I Googled that a while ago. How do you remove duplicate rows from a SQL database? (MySQL specifically.)
If you have a ‘simple’ duplicate setup, it’s pretty easy, and lots of other sites go into great detail. (And in that case, you might look into how to require that fields be unique so you don’t have that problem anymore…)
In our case, we ran into an obscure problem where we expected the combination of two fields to be unique. Without publicizing anything secret, we had a summary table of user_id and month. (Not that it’s actually anything secret, but I refer to the table I did this on as “tablename,” just since blogging about our production database schemas seems like a bad idea…) A brief bug introduced some duplicates. My task? Remove the duplicate rows.
So I went about it somewhat backwards, and started wondering how do a SELECT DISTINCT across two columns. You can’t, really. Someone recommended something clever: CONCAT() across the two field names, and a DISTINCT on that: SELECT DISTINCT(CONCAT(user_id, month))… After toying with that a bit, I was able to create a temporary table housing a de-duped version of our data:
create temporary table nodupes
SELECT DISTINCT(CONCAT(user_id, month)) asdf, tablename.*
FROM tablename GROUP BY asdf;
But how does that help? The problem with temporary tables is that they’re, uhh, temporary. If you lived on the edge, you could probably “DROP TABLE original_table; CREATE TABLE original_table (SELECT * FROM temp_table)”, but this has a few horrible problems. One is that you’re throwing away all your disk-based data so you can populate it with a version that exists only in RAM. If anything went wrong, you’d lose the data. Furthermore, in our case, this is a live, busy table. Dropping it in production is awful, and it would take many minutes to repopulate it since it’s a huge table.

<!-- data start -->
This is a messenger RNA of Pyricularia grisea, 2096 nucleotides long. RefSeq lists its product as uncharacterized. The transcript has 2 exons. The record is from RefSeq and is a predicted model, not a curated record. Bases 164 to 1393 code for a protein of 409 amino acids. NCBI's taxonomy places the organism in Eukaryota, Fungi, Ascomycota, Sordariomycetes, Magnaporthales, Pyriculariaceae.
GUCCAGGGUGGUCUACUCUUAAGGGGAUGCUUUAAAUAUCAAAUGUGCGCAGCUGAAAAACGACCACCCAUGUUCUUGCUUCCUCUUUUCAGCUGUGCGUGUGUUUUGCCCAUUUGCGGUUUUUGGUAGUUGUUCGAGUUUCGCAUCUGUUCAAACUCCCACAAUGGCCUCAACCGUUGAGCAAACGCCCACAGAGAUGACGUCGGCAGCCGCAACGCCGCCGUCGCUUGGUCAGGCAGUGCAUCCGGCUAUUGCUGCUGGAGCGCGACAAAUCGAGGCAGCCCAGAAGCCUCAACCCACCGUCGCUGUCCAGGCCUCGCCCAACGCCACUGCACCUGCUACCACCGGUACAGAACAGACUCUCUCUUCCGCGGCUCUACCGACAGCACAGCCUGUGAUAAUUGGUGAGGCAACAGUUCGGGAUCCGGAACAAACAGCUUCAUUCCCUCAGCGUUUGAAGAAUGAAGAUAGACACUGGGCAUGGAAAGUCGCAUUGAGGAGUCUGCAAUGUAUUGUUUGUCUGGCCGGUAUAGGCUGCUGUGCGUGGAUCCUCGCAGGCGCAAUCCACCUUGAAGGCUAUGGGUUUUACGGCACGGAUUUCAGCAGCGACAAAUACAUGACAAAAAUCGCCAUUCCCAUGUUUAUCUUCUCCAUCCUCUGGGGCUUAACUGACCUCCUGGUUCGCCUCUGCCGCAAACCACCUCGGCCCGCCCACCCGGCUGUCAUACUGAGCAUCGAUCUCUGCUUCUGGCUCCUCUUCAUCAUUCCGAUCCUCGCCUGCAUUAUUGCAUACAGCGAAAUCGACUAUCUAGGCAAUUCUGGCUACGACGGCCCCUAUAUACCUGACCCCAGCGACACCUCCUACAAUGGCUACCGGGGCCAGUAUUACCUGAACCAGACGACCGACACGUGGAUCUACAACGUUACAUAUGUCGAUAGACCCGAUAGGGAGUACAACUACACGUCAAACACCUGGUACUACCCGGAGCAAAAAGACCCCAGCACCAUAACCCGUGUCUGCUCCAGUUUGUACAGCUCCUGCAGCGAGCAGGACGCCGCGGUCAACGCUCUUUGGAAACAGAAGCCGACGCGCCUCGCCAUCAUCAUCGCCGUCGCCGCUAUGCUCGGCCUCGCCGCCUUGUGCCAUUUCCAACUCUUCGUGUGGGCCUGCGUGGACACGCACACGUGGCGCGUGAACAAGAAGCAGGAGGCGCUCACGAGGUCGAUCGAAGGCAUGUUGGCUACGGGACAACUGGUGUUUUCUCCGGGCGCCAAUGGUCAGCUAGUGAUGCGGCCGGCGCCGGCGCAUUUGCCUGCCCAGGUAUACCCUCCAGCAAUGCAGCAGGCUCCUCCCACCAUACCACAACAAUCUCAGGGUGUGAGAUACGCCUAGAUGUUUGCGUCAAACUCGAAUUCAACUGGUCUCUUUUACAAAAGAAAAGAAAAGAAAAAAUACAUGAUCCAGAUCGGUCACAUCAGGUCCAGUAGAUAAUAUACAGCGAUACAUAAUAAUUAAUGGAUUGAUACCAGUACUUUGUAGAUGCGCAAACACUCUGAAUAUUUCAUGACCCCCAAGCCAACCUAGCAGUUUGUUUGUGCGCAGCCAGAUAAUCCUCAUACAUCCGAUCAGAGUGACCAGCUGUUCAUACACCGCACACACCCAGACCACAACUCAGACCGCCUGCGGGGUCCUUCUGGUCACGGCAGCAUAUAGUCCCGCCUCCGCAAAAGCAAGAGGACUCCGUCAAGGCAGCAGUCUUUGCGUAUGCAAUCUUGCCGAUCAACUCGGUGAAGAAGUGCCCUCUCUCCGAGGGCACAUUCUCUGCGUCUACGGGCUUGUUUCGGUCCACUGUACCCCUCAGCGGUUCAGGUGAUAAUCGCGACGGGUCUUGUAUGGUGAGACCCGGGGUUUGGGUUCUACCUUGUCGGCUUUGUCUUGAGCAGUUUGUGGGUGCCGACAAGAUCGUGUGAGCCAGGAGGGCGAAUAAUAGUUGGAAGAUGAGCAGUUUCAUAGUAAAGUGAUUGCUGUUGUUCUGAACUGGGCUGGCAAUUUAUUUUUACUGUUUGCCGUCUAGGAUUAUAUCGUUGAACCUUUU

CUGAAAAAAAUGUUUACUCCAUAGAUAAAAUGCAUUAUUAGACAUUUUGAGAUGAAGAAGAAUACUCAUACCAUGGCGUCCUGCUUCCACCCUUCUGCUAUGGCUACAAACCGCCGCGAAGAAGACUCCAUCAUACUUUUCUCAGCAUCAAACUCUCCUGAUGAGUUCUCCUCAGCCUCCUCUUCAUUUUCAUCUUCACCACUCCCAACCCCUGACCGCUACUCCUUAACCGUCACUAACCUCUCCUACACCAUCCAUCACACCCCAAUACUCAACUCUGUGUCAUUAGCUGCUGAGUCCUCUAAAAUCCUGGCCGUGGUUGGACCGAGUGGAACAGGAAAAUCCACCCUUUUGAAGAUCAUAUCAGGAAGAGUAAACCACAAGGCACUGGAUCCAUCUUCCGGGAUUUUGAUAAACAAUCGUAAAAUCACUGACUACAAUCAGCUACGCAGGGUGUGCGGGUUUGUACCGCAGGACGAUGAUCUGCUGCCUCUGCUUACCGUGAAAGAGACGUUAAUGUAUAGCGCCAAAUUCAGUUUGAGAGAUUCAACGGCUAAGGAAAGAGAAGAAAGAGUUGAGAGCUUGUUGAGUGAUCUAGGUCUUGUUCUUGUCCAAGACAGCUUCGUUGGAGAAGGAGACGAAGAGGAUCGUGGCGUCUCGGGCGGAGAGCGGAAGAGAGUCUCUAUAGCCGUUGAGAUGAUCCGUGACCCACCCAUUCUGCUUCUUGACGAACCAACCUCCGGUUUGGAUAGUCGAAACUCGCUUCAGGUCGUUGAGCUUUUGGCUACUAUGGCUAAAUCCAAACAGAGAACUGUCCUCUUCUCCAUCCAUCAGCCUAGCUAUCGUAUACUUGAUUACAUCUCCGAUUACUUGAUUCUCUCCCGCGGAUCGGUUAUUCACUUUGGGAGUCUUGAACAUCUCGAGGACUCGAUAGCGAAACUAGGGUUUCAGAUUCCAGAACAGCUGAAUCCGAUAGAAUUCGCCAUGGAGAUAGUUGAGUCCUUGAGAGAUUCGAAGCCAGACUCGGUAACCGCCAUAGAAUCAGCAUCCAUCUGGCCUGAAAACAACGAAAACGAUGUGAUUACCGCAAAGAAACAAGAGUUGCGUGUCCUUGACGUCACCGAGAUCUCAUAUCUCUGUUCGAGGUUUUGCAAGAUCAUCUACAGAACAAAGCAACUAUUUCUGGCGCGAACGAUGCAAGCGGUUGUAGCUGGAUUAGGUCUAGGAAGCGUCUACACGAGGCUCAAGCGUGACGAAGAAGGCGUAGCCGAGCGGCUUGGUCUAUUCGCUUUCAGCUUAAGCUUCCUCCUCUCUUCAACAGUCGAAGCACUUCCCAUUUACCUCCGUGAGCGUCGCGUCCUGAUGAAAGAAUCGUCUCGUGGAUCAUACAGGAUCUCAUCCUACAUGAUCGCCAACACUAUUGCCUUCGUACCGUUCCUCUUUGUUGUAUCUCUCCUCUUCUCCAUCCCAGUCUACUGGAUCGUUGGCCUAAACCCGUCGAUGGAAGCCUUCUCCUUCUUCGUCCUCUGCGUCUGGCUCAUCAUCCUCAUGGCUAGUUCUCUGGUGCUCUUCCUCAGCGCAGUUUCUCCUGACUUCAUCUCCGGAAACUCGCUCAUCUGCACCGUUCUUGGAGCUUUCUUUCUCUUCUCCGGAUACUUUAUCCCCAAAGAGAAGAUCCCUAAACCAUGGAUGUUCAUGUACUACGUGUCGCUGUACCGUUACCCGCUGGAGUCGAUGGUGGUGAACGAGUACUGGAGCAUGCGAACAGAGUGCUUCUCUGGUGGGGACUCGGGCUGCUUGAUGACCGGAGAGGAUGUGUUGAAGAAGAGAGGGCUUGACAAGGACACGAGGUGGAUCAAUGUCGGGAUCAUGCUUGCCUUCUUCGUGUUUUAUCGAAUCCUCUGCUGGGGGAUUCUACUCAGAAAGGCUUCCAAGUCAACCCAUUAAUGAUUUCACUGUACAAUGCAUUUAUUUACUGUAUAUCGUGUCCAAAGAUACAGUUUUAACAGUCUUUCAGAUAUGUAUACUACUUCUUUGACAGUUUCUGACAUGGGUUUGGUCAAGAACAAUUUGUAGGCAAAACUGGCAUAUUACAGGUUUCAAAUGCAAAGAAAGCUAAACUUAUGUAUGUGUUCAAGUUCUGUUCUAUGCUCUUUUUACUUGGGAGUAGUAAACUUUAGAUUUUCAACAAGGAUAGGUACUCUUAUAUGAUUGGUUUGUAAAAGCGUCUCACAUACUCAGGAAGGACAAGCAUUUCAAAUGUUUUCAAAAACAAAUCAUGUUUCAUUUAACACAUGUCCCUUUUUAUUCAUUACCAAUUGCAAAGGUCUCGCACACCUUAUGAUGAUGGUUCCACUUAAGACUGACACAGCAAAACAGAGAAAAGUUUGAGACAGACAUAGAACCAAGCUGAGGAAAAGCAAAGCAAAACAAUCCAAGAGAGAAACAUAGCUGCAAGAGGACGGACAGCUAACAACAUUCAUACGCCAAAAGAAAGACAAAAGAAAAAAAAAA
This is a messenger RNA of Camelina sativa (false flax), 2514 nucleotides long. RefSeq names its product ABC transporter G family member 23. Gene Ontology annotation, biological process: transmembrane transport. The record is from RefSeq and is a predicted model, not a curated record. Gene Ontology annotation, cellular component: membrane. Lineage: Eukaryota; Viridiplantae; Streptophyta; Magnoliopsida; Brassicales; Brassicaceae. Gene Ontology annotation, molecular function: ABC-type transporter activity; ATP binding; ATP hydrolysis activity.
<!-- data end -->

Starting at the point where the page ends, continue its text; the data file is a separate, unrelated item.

So then it was clear what I wanted to do: something like DELETE FROM original_table WHERE id NOT IN(SELECT * FROM temp_table_with_no_dupes), except not using an IN() on a table with hundreds of thousands of rows. And this is where it got tricky. The key is to use that temporary table to derive a new temporary table, housing only the duplicates. (Actually, speaking of “the key,” create one in your temporary table: CREATE INDEX gofast ON nodupes(id); — you’ll need this soon, as it’s the difference between the next query taking 10 seconds and me aborting it after 30 minutes.)
The temporary table of duplicate rows is basically derived by joining your ‘real’ table with the list of de-duped tables, with a rather obscure trick: joining where id=NULL. So here’s what I did:
CREATE TEMPORARY TABLE dupes
LEFT OUTER JOIN nodupes nd
ON nd.id=tablename.id WHERE nd.id IS NULL);
For bonus points, we’re selecting from the real table, so the silly CONCAT() field doesn’t come through into this temporary table.
So once again, I momentarily flashed a sly grin. This is going to be easy! DELETE FROM tablename WHERE id IN(SELECT id FROM dupes);. But then my sly grin faded. It turns out that there are two problems here. The first is that there are still a lot of rows. In my case, I was doing an IN() with about 6,000 rows. MySQL doesn’t like that. But there’s a bigger problem. (Thanks to Andrew for confirming that this is a real bug: #9090.) MySQL doesn’t use indexes when you use a subquery like that. It seems the bug is pretty narrow in scope, but this is precisely it. So that query is awful, basically doing 6,000 full table scans. And on a really big table.
So the solution comes from something I’ve never even thought about doing before. MySQL calls it the “multi-delete.” I call it the, “Holy smokes, this could go really, really wrong if I’m not careful” delete.
-- Don't run this yet
FROM tablename AS bb
RIGHT JOIN dupes d
That’s the command you want, but a few caveats. First, change the first line to “SELECT *” and run it to see what happens. Make sure it’s only grabbing the duplicate rows. You’re not able to use a LIMIT in a multidelete query, so you have to be extremely careful here. Second, we tested this multiple times on various test databases before doing it against our master database, and I was still uneasy when it came time to hit enter. Keep backups before you do this. And finally, in many cases, MySQL will expect an explicit “USE database_name” before the multi-delete, where database_name is the database housing the table you’re deleting from. Keep that in mind if you get an error that it can’t find the table, even if you explicitly reference it (via database_name.table_name).